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NTTR: Training our way to victory

Aircraft flies over range.

An F-15E Strike Eagle fighter jet assigned to the 17th Weapons Squadron flies over the Nevada Test and Training Range (NTTR), Nevada, May 15, 2019. The NTTR supports the Department of Defense’s advanced composite force training, tactics development, and electronic combat testing as well as DoD and Department of Energy testing, research and development. (U.S. Air Force photo by Senior Airman Bryan Guthrie)

Nevada Test and Training Range crest on a wall.

A crest of the Nevada Test and Training Range (NTTR) is displayed in a hallway at the NTTR headquarters building at Nellis Air Force Base, Nevada, Sept. 23, 2020. The NTTR provides warfighters a flexible, realistic and multi-dimensional battlespace to conduct testing tactics development, and advanced training in support of U.S. national interests. (U.S. Air Force photo by Airman 1st Class Dwane R. Young)

Airman stands in the middle of a range.

Tech. Sgt. Dennis Back, tactical air control NCO in charge at the 24th Tactical Air Support Squadron looks out at the Nevada Test and Training Range (NTTR) at Nellis Air Force Base, Nevada, Oct. 24, 2019. The NTTR is the largest contiguous air and ground space available for peacetime military operations in the free world. The range occupies 2.9 million acres of land, 5,000 square miles of airspace which is restricted from civilian air traffic over-flight and another 7,000 square miles of military operating area. (U.S. Air Force photo by Airman 1st Class Dwane R. Young)

A group poses for a photo in front of a building.

Nevada Test and Training Range (NTTR) project managers pose for a photo outside of the NTTR headquarters building at Nellis Air Force Base, Nevada, Sept. 22, 2020. Project Managers are responsible for execution oversight of exercises supported by the NTTR. They oversee exercise support and airspace scheduling for real-time operations of the range monitoring facility. (U.S. Air Force photo by Airman 1st Class Dwane R. Young)

NELLIS AIR FORCE BASE, Nev. --

Editor's Note: This is the first installment in a three-part series highlighting the Nevada Test and Training Range.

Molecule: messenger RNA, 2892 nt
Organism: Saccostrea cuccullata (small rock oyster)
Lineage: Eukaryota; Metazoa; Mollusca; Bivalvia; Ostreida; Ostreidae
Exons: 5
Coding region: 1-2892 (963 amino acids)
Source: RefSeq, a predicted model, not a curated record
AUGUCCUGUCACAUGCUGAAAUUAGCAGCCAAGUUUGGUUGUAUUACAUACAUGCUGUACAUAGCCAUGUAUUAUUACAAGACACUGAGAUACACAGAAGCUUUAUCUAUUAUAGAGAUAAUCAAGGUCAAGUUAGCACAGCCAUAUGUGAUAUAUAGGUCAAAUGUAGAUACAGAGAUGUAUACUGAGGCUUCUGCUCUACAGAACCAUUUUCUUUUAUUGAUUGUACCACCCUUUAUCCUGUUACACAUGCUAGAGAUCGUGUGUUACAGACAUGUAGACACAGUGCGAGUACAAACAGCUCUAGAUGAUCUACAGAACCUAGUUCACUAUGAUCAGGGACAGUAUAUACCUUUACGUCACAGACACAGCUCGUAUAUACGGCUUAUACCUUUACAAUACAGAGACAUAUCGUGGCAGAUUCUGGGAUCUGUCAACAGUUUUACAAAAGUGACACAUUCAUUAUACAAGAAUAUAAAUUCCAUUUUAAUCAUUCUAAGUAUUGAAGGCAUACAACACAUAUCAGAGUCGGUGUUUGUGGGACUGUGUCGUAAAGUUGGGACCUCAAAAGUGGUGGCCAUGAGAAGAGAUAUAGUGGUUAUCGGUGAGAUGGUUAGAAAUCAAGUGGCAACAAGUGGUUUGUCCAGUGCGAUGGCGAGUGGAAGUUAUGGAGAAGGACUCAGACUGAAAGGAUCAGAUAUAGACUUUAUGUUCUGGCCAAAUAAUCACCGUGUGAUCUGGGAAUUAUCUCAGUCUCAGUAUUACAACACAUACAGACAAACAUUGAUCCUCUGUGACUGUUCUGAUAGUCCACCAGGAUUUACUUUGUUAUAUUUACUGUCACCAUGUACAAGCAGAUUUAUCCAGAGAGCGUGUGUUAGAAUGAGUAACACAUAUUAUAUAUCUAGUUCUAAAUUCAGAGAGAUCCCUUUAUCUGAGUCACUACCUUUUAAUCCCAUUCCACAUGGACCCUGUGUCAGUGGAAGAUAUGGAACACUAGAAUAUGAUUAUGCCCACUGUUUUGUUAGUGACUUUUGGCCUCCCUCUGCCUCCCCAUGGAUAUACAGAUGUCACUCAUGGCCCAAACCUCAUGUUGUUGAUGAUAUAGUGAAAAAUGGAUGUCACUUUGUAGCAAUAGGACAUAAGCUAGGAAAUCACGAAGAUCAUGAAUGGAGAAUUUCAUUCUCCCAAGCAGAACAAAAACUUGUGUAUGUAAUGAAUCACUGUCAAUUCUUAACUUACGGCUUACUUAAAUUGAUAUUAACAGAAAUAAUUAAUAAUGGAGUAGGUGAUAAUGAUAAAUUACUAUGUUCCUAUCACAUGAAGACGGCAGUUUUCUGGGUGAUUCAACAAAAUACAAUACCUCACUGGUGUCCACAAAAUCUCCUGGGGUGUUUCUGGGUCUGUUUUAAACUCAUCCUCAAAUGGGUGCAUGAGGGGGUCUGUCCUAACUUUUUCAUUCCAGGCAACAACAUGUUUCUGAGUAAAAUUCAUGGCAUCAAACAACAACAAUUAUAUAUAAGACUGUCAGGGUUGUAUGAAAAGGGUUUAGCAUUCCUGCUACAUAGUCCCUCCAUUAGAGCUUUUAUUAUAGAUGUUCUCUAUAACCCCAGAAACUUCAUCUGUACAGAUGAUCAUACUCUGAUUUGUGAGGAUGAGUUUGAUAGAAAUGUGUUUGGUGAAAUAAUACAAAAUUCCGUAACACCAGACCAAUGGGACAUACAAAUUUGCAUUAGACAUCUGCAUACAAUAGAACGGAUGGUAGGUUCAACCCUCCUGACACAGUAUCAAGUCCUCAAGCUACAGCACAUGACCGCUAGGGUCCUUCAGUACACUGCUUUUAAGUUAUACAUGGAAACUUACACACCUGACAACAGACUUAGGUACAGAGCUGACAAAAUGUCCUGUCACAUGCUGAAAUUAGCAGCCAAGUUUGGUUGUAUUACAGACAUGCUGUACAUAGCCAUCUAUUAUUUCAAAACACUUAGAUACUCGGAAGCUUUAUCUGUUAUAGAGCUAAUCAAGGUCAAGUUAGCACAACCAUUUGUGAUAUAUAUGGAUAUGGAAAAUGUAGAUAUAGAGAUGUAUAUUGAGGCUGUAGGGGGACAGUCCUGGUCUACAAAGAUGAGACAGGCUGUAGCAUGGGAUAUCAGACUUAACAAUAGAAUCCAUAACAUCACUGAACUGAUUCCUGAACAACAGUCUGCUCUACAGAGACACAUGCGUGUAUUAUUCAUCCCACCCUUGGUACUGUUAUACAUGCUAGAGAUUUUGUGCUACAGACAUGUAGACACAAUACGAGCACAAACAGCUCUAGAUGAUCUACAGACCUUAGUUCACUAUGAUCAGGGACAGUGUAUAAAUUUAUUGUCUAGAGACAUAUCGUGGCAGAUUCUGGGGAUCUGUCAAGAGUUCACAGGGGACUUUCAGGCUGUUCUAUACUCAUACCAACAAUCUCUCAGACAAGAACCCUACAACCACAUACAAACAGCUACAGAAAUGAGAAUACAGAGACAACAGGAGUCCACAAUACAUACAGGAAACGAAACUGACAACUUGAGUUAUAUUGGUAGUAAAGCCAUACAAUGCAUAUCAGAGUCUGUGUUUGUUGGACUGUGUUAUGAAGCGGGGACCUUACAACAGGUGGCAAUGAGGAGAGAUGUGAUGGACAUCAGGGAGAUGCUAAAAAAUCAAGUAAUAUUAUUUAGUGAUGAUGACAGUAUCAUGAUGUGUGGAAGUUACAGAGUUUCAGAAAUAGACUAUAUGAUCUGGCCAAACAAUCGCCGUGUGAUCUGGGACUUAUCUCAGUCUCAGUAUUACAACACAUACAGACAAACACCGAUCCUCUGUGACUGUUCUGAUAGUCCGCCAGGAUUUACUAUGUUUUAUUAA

The familiar cry of “fight’s on” echoes over the radio and the battle ensues. Blue Forces take to the sky with their key objectives and plans B, C, and D on hand, because in battle, nothing ever goes as planned. Red Forces follow, equally skilled and trained with nothing but bad intentions for Blue Forces.

Their mission: attack on all platforms, trying to steal, sabotage and destroy the mission. Their location; the Nevada Test and Training Range (NTTR) home to the U.S. Air Force’s premier exercises and training operations.

This is an example of a typical exercise that takes place at the NTTR and encapsulates the impact they have on military operations.

Red Flag, an air-to-air combat exercise for pilots, and Green Flag, a ground combat training exercise, are two of the largest training operations in the Department of Defense. The NTTR enables training opportunities like these, while also providing a practice home to the U.S. Air Force Aerial Demonstration team and daily flying operations for squadrons based at Nellis.

“Our ability to provide the full-spectrum of battle to exercise participants and other users makes the NTTR one of the most ideal locations to develop and grow military pilots,” said Larry “Slider” Prince, chief of the projects branch at the NTTR. “These training operations are not only vital to those who participate in them, but necessary for the overall success of the Air Force’s warfighting mission.”

The NTTR provides a full and detailed picture of who the enemy is and what they present; this challenges U.S. and coalition forces to figure out real-time problems, while honing warfighting techniques.

As the free world’s largest contiguous air and ground space available for peacetime military operations, the NTTR provides the U.S. and its allies with critical training and testing opportunities that is unmatched throughout the DoD, echoed Prince.

“You learn more being shot down once over the NTTR during an exercise, than you learn from 10 successful missions,” said Prince. “The lessons you learn here keep you from spilling blood in combat and that’s something that can’t be quantified.”

Every day military leaders reach out to the NTTR with their requirements for training, testing or evaluation. Then, the NTTR goes about providing the manning and infrastructure to support those needs.

“Last year we had 33,000 range users,” said Master Sgt. Jeremy Cunningham, operations support superintendent at the NTTR. “Whether we support large force exercises involving NATO nations, to singular operations to improve combat readiness, the range has the flexibility to accommodate most varieties of training.”

Those requests equate to approximately 40,000 sorties yearly.

“The range prepares people who are about to go into harm’s way,” said Roger Christensen, chief of the NTTR environmental office. “I truly believe the more we train, the harder we train and the more realistic that training is, results in less sacrifice, and less lives lost in battle. I never want us to lose sight of that, and that’s why the NTTR is so vital to the overall mission.